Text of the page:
Think back to 2011, right after our last municipal election. If asked where we’d be in 2014, many in Northern BC wouldn’t have predicted our current state. Coming out of the recession, we weren’t sure how the economy would fare, or how our communities would do.
Compare that to our situation now: intense international interest in liquefied natural gas, a restored and diversified forestry economy, growing business districts, and more. A lot can happen in three years.
Weathering changes is made possible by responsible and committed local governments – the same governments we voted for in 2011. Making the best of opportunities takes a different kind of savvy, one that our future local governments will need.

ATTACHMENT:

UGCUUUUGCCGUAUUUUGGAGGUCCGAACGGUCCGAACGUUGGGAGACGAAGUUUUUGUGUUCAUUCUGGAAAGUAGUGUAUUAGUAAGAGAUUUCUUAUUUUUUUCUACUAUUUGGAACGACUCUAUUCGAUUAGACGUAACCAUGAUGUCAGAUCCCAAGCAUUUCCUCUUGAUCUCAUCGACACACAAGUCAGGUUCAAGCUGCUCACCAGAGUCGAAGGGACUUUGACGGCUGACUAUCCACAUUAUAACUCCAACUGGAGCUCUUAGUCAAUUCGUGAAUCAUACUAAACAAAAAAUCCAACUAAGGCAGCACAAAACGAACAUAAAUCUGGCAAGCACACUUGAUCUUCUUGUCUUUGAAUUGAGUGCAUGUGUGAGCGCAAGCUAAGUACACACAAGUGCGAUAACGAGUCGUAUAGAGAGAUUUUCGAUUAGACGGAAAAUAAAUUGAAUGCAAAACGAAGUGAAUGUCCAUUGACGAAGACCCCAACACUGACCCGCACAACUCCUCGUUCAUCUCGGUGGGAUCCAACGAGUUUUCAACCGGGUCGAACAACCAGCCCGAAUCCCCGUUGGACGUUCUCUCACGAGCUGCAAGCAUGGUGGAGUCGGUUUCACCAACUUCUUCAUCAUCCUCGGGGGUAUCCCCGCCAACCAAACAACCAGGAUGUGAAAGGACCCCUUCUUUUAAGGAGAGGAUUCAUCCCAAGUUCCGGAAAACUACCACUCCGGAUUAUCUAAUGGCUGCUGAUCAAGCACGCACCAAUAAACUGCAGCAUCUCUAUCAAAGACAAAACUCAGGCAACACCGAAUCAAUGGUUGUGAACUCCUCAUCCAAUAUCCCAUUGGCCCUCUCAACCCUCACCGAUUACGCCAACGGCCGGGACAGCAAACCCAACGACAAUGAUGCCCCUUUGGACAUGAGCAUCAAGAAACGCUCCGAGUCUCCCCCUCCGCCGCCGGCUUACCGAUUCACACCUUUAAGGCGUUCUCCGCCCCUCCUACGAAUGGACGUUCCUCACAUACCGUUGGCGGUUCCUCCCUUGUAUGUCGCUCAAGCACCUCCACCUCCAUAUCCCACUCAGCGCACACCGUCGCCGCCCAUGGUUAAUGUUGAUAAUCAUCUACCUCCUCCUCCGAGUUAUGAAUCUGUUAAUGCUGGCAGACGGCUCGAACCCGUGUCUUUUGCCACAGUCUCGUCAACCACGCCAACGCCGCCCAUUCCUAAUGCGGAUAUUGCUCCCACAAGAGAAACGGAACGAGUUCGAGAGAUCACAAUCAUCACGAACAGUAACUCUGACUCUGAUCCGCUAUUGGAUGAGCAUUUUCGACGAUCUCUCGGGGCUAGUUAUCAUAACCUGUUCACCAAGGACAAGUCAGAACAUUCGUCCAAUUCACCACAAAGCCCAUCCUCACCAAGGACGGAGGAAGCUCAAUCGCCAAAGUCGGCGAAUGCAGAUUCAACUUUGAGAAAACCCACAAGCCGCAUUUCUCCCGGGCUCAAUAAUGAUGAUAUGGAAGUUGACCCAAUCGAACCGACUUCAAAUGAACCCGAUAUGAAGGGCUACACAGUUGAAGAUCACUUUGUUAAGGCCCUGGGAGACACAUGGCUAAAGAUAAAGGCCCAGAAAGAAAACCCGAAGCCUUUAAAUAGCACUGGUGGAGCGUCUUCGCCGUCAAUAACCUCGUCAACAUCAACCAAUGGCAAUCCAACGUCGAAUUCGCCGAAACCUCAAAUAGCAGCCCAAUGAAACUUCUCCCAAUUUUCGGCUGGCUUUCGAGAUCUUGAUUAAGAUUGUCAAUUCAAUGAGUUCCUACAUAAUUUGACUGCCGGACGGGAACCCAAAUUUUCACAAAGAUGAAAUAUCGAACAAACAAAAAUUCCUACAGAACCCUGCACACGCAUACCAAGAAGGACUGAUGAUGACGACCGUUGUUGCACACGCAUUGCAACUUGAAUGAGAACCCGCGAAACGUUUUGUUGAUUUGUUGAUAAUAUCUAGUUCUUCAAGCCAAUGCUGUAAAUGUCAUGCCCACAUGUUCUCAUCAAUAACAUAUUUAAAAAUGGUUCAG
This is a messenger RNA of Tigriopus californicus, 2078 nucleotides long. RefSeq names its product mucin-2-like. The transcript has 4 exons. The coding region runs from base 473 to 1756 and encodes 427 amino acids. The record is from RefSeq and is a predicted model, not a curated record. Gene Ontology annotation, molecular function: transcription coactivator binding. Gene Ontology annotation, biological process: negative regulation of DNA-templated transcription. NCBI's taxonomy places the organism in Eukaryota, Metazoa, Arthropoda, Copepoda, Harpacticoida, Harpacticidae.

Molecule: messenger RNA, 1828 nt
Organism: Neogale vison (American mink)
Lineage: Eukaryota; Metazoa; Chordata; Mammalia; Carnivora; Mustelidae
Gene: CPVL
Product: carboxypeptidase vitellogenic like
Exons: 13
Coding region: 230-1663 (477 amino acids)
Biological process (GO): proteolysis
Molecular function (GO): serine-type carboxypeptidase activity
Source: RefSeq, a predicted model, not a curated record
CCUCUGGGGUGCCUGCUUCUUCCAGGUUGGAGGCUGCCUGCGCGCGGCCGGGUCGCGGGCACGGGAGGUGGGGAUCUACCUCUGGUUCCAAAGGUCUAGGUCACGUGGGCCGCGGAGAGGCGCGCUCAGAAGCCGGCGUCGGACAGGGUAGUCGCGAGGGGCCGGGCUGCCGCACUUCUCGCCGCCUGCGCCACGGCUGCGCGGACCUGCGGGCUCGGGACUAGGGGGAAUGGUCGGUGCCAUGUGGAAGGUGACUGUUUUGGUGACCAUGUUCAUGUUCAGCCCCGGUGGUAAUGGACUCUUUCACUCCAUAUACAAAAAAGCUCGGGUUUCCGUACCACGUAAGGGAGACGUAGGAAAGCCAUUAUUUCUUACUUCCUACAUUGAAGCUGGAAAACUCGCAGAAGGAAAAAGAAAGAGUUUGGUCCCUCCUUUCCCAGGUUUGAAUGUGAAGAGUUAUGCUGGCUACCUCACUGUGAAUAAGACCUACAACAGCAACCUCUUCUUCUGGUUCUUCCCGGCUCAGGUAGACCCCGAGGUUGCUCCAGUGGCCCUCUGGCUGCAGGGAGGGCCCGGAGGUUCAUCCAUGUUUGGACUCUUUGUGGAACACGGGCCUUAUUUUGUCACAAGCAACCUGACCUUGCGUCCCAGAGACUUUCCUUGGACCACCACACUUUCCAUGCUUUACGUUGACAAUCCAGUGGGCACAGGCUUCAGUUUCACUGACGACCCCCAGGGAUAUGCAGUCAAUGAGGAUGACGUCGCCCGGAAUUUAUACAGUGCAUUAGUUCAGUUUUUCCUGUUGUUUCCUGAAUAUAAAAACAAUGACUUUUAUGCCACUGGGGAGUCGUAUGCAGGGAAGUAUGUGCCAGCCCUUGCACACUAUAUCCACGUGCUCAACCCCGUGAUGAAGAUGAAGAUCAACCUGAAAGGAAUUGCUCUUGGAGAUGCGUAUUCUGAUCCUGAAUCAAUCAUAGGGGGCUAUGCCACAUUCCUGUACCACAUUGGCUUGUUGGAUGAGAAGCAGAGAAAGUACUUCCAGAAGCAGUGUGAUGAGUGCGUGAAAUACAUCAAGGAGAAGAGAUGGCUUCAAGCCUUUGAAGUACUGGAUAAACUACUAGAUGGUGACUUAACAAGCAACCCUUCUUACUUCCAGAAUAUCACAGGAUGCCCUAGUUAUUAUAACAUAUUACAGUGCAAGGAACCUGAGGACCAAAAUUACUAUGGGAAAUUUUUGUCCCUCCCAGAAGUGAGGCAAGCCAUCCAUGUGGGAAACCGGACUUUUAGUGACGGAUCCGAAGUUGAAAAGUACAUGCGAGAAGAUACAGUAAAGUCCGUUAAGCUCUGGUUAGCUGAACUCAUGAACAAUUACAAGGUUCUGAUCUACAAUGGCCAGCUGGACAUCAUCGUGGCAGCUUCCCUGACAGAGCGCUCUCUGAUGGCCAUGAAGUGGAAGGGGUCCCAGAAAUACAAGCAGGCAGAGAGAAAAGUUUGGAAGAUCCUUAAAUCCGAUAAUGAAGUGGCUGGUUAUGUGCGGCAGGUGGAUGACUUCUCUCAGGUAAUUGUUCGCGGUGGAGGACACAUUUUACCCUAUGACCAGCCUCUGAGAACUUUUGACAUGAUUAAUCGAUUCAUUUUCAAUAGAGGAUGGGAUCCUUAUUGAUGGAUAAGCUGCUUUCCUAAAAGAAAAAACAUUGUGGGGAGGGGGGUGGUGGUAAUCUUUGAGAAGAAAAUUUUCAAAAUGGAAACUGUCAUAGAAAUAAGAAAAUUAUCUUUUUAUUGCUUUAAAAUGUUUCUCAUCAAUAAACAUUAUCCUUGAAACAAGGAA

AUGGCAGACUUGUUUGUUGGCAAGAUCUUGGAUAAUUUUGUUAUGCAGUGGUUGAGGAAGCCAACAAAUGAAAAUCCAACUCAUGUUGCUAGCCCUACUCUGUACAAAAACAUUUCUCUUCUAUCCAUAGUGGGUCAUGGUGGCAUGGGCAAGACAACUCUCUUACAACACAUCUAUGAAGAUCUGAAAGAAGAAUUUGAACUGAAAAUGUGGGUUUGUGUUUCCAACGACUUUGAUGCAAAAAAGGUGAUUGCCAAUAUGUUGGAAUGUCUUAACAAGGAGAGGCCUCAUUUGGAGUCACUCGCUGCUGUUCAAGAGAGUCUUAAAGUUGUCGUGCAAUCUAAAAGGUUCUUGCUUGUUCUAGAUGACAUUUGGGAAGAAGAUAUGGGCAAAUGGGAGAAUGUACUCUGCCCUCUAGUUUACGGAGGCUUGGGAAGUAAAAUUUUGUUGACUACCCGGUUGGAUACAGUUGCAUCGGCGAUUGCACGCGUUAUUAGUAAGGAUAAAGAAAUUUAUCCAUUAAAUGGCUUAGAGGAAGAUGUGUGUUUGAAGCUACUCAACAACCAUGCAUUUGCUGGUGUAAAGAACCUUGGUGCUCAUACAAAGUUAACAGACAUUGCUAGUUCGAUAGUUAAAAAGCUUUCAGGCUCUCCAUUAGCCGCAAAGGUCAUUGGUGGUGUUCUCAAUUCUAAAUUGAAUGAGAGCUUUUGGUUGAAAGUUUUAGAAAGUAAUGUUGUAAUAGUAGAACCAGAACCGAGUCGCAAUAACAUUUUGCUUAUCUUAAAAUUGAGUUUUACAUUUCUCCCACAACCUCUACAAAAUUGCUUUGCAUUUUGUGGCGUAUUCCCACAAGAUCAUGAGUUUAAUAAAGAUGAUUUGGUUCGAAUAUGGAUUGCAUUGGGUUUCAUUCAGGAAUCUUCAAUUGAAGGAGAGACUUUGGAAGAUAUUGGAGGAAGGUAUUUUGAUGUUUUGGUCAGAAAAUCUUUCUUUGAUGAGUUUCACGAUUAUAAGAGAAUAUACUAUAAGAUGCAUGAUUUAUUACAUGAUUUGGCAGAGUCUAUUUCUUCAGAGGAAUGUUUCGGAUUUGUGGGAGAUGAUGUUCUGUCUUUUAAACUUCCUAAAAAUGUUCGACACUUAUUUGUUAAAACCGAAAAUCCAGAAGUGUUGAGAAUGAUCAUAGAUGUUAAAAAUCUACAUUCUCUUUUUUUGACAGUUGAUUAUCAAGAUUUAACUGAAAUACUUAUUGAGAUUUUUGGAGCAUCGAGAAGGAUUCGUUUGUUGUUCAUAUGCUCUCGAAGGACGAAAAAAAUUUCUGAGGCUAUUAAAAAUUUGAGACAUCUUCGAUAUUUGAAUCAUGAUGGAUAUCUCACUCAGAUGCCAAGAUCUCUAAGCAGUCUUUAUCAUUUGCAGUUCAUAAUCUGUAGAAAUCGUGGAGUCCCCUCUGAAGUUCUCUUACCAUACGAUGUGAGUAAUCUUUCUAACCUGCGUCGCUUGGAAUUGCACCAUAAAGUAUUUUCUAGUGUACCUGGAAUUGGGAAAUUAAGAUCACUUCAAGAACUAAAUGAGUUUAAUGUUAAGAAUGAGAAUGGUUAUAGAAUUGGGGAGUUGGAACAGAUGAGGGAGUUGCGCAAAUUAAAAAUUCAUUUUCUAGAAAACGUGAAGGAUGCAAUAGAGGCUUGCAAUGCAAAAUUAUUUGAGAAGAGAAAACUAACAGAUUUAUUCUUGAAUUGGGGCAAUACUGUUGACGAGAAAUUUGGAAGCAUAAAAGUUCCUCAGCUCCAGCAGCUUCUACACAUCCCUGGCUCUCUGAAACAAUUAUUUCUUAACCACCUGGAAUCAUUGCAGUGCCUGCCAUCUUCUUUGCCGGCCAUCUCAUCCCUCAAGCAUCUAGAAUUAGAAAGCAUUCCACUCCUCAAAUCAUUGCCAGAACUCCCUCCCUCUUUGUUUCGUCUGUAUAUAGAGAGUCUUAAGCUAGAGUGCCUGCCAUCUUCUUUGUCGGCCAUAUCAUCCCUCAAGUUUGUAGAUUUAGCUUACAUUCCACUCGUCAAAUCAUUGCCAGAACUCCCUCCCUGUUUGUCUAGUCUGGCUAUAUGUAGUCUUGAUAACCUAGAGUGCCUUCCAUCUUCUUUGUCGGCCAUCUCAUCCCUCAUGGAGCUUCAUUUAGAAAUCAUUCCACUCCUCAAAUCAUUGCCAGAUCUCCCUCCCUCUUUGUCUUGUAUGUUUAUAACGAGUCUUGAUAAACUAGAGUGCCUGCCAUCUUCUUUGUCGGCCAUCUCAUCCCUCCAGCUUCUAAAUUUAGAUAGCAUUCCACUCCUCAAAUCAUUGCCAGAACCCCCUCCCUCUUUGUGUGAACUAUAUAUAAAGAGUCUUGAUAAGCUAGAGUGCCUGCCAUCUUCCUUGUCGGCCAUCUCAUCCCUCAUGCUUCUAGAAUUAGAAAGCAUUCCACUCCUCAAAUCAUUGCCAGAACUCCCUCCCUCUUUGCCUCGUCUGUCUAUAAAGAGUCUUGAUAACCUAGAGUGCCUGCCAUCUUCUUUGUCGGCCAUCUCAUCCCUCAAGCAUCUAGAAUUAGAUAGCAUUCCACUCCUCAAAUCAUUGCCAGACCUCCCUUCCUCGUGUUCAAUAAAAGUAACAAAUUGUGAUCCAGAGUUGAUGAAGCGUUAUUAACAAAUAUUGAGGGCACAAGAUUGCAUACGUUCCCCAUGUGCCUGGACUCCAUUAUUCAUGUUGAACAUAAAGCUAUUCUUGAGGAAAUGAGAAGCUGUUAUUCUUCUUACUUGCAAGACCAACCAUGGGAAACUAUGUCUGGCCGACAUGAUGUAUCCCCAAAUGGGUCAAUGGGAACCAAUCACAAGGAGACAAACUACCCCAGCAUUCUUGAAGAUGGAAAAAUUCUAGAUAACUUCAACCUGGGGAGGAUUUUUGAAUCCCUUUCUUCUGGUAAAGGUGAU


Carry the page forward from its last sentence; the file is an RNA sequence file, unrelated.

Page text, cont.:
CivicInfo BC shows that in 2010, only 29% of registered voters cast a ballot across BC. The Columbia Institute recently released a study, titled “Getting the Majority to Vote.” It addressed the lower municipal turnout rate, and cites increased work (figuring out which candidates to vote for) and decreased benefits of voting (local government isn’t perceived to hold much influence).
Many aren’t aware of what powers local politicians have – from RCMP budgets to snow clearing and road maintenance, many issues aren’t as ‘sexy’ as those at the provincial or federal level. But pipeline deals, revenue sharing, and worker camps are all issues that directly impact Northern BC residents, and they are all issues that that our local governments exercise control over.
All residents, young and old, need to get out and vote on November 15th, because it is our region that will change the most over the next four years in British Columbia. If you call your community home, take the time to educate yourself on candidates. Show that you care about your leadership, and who is making decisions on your behalf. Make your voice heard, because whether it is for Mayor and Council, or Regional District, or School Trustee, every vote matters.”